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Pension rules may deter saving

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Changes to pensions tax relief for higher earners could be counterproductive, it has been claimed.

The Budget announced that, as from April 2011, pension contributions tax relief for those earning more than £150,000 will be cut so that it gradually tapers to 20 per cent at £180,000.

The measure has been criticised by some members of the insurance industry for removing an incentive to save and introducing an element of uncertainty into the savings system.

Trevor Matthews, the chief executive of Friends Provident, argued that targeting a particular group of savers now may mean that more people could be affected in the future.

He said: “Now that contract has been broken, and if it can be broken for one segment of savers now, it can be broken for others.”

The decision to change the pensions tax relief system for higher earners has also attracted concerns that it is unfair to the self-employed, in particular the rule which can restrict how much money is paid into pension funds.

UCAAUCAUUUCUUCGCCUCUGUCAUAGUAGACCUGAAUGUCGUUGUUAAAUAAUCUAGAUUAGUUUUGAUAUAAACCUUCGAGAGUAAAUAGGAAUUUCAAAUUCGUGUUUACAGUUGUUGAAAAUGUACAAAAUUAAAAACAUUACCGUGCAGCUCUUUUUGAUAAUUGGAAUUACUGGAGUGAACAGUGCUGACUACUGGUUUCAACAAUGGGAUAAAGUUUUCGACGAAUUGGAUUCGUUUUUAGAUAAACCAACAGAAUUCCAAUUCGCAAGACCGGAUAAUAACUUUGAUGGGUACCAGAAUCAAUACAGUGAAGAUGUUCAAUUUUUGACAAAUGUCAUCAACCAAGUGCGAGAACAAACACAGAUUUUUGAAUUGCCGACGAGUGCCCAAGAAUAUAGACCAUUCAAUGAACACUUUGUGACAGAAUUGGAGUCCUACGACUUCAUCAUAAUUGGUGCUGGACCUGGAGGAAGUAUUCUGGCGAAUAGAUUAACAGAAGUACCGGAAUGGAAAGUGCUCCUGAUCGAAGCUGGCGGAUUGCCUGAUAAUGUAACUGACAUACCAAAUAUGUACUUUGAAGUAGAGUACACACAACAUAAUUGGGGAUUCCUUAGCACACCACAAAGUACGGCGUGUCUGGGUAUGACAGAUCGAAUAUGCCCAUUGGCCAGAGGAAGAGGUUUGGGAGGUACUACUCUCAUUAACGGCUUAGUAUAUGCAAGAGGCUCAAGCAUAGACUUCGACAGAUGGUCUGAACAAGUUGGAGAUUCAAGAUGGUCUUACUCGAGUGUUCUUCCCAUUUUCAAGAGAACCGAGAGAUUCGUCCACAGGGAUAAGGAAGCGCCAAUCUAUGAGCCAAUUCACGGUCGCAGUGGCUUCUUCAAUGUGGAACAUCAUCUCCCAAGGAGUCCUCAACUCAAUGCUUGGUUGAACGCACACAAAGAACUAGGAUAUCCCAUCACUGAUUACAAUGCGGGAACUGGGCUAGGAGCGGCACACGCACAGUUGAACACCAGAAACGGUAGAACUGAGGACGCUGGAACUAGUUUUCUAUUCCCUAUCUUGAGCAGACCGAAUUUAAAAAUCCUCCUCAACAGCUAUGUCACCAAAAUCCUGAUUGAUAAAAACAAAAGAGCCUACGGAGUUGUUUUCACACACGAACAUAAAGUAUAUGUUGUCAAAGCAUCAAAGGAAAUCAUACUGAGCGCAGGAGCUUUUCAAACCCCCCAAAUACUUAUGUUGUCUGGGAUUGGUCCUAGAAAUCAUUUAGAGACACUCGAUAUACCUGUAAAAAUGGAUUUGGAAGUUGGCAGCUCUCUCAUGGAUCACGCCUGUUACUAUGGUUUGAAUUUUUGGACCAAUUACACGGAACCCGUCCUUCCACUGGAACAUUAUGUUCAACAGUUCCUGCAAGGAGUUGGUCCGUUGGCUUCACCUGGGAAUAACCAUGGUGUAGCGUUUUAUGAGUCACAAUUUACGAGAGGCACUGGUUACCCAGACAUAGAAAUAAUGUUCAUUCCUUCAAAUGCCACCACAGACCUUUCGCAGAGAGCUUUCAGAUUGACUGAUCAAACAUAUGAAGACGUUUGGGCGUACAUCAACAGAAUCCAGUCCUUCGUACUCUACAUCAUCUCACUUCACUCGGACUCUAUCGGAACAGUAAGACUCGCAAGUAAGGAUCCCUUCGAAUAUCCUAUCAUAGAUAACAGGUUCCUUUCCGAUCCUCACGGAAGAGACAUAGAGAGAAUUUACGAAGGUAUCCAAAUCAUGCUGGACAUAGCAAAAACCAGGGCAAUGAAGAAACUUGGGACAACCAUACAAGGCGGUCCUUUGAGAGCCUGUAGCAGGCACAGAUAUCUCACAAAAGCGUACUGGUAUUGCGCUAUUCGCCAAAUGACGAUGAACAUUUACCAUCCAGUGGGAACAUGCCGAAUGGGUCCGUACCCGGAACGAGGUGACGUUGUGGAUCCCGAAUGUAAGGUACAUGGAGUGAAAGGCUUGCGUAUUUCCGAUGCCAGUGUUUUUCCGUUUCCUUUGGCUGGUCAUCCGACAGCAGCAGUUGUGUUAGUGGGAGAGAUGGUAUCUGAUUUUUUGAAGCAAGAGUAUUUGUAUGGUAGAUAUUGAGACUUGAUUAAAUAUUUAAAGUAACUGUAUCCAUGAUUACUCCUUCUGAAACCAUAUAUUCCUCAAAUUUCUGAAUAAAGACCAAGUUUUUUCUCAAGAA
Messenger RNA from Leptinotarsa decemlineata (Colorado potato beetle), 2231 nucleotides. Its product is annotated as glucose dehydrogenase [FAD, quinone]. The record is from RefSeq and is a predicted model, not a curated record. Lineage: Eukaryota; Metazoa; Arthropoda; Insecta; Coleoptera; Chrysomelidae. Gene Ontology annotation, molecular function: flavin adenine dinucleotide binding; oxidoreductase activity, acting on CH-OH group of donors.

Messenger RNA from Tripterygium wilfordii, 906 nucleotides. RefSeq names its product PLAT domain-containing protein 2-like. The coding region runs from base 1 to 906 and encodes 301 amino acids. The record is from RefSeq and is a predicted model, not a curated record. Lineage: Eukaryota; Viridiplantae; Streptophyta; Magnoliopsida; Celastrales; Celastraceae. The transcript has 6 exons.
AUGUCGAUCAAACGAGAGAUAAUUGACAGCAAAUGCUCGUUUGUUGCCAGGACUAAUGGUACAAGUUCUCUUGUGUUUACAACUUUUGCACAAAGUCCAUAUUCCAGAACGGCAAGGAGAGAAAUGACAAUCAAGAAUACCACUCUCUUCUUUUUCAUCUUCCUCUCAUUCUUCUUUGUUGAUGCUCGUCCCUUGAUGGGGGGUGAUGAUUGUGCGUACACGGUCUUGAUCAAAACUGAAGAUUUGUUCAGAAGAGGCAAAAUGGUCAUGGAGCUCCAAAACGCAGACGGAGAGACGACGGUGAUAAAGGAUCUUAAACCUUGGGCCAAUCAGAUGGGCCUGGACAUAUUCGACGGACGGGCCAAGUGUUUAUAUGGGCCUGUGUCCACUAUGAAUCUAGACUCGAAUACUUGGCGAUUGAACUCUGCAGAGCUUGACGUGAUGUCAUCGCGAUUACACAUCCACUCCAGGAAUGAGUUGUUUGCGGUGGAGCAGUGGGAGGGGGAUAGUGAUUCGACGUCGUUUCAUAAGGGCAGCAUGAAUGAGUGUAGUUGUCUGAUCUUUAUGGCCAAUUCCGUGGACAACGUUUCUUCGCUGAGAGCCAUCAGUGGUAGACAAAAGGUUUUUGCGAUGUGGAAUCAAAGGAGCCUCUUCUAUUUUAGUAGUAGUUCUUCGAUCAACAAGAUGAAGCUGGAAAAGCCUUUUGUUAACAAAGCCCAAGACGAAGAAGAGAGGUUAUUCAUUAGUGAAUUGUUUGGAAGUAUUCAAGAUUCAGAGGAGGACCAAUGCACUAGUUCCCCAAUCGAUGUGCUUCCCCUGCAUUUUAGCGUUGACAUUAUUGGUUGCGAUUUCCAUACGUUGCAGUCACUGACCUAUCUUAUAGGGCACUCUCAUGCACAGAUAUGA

To prepare for the new tax relief regime, and to prevent higher earners from upping their pension contributions before the reduced relief comes into effect, a special annual allowance was introduced as from 22 April 2009.

The allowance is £20,000 and is the limit on the amount of additional pensions savings for which full relief at the higher rate of tax can be given. The special annual allowance charge will only apply to someone with an annual income of £150,000 or more in any tax year from 2007/08 who increases the level of their pension savings on or after 22 April 2009 beyond their normal pension savings.

Normal savings pattern are those taken to be made on a quarterly or an even more frequent basis.

But it has been argued that the anti-forestalling rule, as it is known, could be unfair to self-employed people who tend to make a large one-off pensions payment each year after they know how much they have earned.

Ian Menzies-Conacher of the Chartered Institute of Taxation argued it was logical to say contributions must be on a regular basis but not to say a regular basis cannot be annual.

The Treasury has promised to consult on the rule to ensure that people who save less regularly are not treated unfairly.